Tue, 26 Feb 2013 13:00:00 GMT | By PTI

Never wanted to start my journey with sequels: Vishesh

Filmmaker Vishesh Bhatt says he did not pre-plan to make 'Murder 3' as his directorial debut


Never wanted to start my journey with sequels: Vishesh (© Varinder Chawla)

Vishesh Bhatt, the son of filmmaker Mukesh Bhatt, says he never set out to make his debut behind the camera with sequels.

'Murder' (2004) erotic thriller film was directed by Anurag Basu and produced by Mahesh Bhatt. The film starring Emraan Hashmi, Mallika Sherawat and Ashmit Patel managed to become a hit at the box office.  

Then it was Mohit Suri who helmed 'Murder 2' (2011), with Emraan and Jacqueline Fernandez in the lead, which again did well.

With 'Murder 3' (released on February 15 this year) Vishesh made his directorial debut which starred Randeep Hooda, Aditi Rao Hydari and Pakistani actress Sara Loren.

"I never wanted to start my journey as a director with sequels. I believe in innovation. And I brought that (innovation) in my story.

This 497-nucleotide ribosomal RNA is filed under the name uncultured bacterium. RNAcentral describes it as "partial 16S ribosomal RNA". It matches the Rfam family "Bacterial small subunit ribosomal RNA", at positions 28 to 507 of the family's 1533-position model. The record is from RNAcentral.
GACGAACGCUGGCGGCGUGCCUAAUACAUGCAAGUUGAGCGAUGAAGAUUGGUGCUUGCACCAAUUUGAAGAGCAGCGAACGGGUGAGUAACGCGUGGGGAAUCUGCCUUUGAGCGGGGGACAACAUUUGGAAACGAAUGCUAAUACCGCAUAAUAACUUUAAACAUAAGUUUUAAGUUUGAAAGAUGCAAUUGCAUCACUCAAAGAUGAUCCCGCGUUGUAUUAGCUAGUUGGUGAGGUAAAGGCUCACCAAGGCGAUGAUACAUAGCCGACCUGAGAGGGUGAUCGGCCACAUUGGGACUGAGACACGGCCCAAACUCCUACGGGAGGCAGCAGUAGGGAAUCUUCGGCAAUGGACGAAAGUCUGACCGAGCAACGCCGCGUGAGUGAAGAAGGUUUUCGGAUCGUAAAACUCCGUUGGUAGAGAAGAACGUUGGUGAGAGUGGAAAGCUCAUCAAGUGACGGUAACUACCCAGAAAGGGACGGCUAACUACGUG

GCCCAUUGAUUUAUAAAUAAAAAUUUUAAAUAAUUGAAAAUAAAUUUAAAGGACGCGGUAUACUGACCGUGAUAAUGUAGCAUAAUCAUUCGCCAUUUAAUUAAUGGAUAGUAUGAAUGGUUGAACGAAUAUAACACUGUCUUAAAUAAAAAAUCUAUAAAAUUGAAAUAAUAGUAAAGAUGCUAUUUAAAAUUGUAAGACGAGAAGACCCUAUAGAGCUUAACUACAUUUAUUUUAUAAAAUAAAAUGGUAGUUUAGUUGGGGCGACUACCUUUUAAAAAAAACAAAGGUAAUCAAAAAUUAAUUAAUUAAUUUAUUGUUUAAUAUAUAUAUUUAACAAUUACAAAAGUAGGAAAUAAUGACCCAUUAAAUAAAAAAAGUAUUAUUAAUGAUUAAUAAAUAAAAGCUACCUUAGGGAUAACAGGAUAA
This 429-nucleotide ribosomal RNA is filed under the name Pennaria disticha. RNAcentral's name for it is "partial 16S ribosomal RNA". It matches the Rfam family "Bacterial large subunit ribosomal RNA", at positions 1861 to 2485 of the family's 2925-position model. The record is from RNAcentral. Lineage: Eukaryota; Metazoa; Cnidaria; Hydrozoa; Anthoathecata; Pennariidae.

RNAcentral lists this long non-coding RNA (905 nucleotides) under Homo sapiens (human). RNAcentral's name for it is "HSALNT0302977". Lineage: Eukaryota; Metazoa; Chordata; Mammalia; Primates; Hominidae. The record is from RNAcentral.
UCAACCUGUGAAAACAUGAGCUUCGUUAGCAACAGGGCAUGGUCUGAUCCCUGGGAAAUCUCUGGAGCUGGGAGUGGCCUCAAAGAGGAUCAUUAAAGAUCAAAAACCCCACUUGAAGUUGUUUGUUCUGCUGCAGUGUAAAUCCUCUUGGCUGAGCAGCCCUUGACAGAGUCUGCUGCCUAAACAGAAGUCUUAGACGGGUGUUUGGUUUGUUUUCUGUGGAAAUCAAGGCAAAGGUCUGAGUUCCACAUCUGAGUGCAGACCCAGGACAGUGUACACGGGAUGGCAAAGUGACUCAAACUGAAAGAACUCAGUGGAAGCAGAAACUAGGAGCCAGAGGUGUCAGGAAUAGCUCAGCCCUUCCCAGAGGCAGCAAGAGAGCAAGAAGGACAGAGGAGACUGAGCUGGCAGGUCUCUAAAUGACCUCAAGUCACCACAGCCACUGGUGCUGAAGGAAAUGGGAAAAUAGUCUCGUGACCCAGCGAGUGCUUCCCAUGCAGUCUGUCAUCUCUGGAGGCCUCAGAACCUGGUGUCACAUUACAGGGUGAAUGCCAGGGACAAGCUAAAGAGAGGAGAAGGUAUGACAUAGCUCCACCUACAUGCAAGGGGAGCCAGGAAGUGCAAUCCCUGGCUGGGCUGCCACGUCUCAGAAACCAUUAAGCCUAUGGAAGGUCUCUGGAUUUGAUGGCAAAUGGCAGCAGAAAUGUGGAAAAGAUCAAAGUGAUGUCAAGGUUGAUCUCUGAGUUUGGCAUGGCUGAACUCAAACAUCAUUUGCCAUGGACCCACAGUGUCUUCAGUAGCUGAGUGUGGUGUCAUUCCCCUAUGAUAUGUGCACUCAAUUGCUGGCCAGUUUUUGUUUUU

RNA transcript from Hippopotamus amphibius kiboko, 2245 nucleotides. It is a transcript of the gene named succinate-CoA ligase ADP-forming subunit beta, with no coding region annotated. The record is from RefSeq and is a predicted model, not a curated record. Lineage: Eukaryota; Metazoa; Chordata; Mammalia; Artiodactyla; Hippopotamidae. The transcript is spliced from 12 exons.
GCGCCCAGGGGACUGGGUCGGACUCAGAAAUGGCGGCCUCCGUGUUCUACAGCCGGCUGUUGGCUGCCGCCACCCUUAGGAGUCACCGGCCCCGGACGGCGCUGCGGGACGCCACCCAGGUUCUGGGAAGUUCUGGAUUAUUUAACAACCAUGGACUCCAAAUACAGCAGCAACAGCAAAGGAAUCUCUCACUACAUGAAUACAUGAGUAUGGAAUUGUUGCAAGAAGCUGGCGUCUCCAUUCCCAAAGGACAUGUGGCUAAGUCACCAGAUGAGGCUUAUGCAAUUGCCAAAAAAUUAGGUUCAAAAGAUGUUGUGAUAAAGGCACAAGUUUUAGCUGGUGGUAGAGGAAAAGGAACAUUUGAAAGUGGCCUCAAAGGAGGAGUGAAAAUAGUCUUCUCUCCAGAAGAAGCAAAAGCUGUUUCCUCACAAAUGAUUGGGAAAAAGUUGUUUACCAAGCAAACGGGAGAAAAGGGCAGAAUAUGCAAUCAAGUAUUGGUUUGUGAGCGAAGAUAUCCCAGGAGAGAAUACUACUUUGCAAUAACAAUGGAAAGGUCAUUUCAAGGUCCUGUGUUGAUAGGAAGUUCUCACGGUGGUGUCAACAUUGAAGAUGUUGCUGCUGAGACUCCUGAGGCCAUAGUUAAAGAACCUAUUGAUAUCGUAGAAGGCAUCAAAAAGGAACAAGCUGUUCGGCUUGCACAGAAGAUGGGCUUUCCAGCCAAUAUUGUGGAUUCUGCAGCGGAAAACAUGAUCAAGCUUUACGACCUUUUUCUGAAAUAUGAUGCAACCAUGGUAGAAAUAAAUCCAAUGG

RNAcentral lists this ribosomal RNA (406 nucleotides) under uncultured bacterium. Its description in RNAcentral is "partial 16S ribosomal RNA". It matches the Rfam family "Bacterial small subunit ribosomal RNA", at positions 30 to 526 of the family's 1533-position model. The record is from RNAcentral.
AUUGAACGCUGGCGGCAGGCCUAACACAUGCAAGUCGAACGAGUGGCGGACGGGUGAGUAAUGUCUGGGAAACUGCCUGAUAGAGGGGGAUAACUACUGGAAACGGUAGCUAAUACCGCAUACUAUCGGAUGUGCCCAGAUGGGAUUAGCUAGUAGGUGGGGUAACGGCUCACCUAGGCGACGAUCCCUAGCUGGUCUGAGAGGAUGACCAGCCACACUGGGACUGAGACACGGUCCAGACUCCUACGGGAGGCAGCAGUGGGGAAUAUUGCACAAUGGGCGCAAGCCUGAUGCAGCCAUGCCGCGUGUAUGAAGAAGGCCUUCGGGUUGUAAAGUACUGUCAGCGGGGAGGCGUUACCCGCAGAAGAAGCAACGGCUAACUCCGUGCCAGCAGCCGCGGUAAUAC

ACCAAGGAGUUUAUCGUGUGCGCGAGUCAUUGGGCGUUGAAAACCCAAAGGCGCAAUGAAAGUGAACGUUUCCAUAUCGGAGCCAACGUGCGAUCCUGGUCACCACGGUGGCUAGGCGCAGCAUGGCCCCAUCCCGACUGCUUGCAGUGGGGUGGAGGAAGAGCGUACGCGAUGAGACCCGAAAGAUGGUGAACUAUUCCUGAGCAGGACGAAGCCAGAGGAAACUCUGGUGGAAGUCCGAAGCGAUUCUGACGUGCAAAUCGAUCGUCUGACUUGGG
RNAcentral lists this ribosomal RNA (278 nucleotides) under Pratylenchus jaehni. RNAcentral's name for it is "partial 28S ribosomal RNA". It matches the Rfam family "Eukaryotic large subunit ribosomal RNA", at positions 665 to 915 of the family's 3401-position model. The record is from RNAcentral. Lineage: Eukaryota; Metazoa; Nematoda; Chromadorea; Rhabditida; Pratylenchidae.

It is just that the makers felt that the title of the film should be kept 'Murder 3'. I did not think that my first film will be a sequel or will be 'Murder 3'. It was not easy to make a film," Vishesh told PTI.

"I did not deliberately set out to make 'Murder 3'. I had an idea that came to me first then the name of the franchise - 'Murder' was added. The idea of calling it or to title the film as 'Murder 3' came from the makers," he said.

"To have the title of the film as 'Murder 3' was something that was debated. Eventually it was decided that it went well with the subject of the film. I did not pre-plan to make 'Murder 3' as my directorial debut. The makers wanted to re-invent the 'Murder' franchise," the director added.

Direction was something Vishesh always wanted to try his hands on.

"I always wanted to direct a film. I had made up my mind that I would be directing movies. It was the creative space that attracted me towards direction.

I had been on movie sets of my uncle Mahesh Bhatt when he was making films like 'Sadak', 'Junoon' and others. The idea of making films attracted me," he said.

Considering he comes from a filmy family, when asked if his journey was easy, Vishesh says, "I doubt if that is the case. The biggest thing was I did not receive support from anyone, the budget given to me was less, I had no A-stars in my film. I had to fight tooth and nail for what I wanted to do. There were challenges."

"There were no special benefits for me as a director. I just banked on my story and gave my best," he said.

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